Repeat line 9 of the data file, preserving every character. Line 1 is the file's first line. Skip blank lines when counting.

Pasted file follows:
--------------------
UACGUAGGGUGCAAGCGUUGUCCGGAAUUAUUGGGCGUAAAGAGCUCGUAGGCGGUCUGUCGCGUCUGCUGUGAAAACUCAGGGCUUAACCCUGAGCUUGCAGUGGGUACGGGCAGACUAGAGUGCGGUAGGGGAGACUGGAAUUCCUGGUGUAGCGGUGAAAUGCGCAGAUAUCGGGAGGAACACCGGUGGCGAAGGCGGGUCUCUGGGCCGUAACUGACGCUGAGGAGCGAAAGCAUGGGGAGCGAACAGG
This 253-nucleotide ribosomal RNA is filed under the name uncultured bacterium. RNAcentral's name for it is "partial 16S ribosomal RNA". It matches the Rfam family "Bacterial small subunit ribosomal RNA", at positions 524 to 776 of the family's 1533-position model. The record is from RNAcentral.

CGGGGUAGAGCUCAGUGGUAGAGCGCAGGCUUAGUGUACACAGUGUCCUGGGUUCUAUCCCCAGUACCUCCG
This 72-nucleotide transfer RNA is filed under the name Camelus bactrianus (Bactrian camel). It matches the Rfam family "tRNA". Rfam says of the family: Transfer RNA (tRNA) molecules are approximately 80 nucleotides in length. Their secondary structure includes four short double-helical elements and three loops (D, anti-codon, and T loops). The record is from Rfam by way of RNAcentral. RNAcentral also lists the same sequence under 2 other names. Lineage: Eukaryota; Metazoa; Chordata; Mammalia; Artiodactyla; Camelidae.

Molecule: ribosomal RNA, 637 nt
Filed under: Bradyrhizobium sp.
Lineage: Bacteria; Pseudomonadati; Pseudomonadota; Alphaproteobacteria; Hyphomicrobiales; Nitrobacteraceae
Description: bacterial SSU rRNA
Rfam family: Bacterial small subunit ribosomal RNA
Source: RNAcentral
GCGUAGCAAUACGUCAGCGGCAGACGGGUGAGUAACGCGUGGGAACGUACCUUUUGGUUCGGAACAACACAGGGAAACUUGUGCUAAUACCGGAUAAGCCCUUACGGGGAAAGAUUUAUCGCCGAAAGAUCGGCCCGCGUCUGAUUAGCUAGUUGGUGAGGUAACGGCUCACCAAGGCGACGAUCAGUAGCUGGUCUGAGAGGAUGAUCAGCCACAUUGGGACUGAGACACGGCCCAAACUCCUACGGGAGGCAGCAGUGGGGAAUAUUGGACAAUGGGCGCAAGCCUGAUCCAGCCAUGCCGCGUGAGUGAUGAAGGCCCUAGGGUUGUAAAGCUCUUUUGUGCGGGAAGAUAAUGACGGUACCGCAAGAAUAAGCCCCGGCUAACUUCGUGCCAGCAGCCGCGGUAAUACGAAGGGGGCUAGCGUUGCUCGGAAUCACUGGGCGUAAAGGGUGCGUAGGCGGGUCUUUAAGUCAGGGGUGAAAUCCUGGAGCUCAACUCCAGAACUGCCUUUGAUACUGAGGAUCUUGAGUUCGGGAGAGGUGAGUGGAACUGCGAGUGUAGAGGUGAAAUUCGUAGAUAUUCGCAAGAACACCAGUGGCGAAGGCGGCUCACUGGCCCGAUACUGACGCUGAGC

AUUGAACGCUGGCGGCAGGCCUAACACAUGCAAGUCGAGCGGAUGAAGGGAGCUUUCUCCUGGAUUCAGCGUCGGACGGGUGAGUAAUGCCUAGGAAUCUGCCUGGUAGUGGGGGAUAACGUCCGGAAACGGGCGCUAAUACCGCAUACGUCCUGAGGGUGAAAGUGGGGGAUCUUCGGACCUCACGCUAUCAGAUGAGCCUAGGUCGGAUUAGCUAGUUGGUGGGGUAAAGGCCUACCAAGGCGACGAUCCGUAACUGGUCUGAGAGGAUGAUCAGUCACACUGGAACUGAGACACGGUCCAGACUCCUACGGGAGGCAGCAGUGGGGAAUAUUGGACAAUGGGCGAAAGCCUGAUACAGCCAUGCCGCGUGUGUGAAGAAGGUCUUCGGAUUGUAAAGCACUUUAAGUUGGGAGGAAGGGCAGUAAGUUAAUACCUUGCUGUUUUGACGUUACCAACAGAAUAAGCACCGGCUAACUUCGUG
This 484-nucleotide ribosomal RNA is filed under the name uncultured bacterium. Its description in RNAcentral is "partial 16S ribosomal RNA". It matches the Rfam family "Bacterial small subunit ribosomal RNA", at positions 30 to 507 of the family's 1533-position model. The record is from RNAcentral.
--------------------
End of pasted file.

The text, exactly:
Rfam family: Bacterial small subunit ribosomal RNA